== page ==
At All Things Considered, Horowitz-Ghazi reported on how a national clown scare affected professional clowns, who was behind of a wave of succulent poaching on the California coastline, what happens to a musician's legacy after they die, and why his hometown burns a giant human effigy every year. He also pitched and produced "Brave New Workers," a series of profiles on people adapting to the changing economy, and has interviewed coal miners, rock climbers, coyote hunters, porn stars, cowboys, truck drivers, drone pilots, Carrie Brownstein, Werner Herzog, and George R.R. Martin, among many others. In his free time, he enjoys riding bicycles, playing squash (middlingly), and sleeping out of doors.

Story Archive

Wednesday

Friday

Jack Corbett/NPR

Econ Battle Zone: Disinflation Confrontation

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Friday

Alexi Horowitz-Ghazi/Alexi Horowitz-Ghazi

Chasing the American Dream at Outback Steakhouse (Classic)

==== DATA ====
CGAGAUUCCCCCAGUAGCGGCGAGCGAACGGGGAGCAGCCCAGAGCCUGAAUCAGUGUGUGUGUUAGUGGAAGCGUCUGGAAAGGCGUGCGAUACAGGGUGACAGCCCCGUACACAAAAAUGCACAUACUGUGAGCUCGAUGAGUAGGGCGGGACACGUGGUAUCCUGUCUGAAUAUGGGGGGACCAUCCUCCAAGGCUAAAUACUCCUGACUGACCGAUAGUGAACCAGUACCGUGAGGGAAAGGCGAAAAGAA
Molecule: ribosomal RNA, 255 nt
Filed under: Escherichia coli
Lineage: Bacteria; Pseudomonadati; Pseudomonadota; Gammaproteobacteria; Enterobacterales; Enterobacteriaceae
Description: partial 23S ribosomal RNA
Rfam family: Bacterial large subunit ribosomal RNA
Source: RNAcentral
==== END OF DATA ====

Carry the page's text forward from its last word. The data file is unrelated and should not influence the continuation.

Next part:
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Tuesday

Resellers pick through stores' bargain bins in search of items to flip for profit

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Friday

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Friday

Friday

Justin Sullivan/Getty Images

Actors back. Pandas gone. WeBankrupt.

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Wednesday

Left: Alexi Horowitz-Ghazi helped author Brian Merchant commune with the Luddites by smashing machines. Right: Economist Kevin Lang visited an 1830s historical village to ride in a horse-drawn trolley. Alexi Horowitz-Ghazi/NPR hide caption

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Alexi Horowitz-Ghazi/NPR

Friday

As head of the FTC, Lina Khan is bringing a case against Amazon that echoes her law school paper on the tech company's monopoly power. Alexi Horowitz-Ghazi/NPR hide caption

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Alexi Horowitz-Ghazi/NPR

Wednesday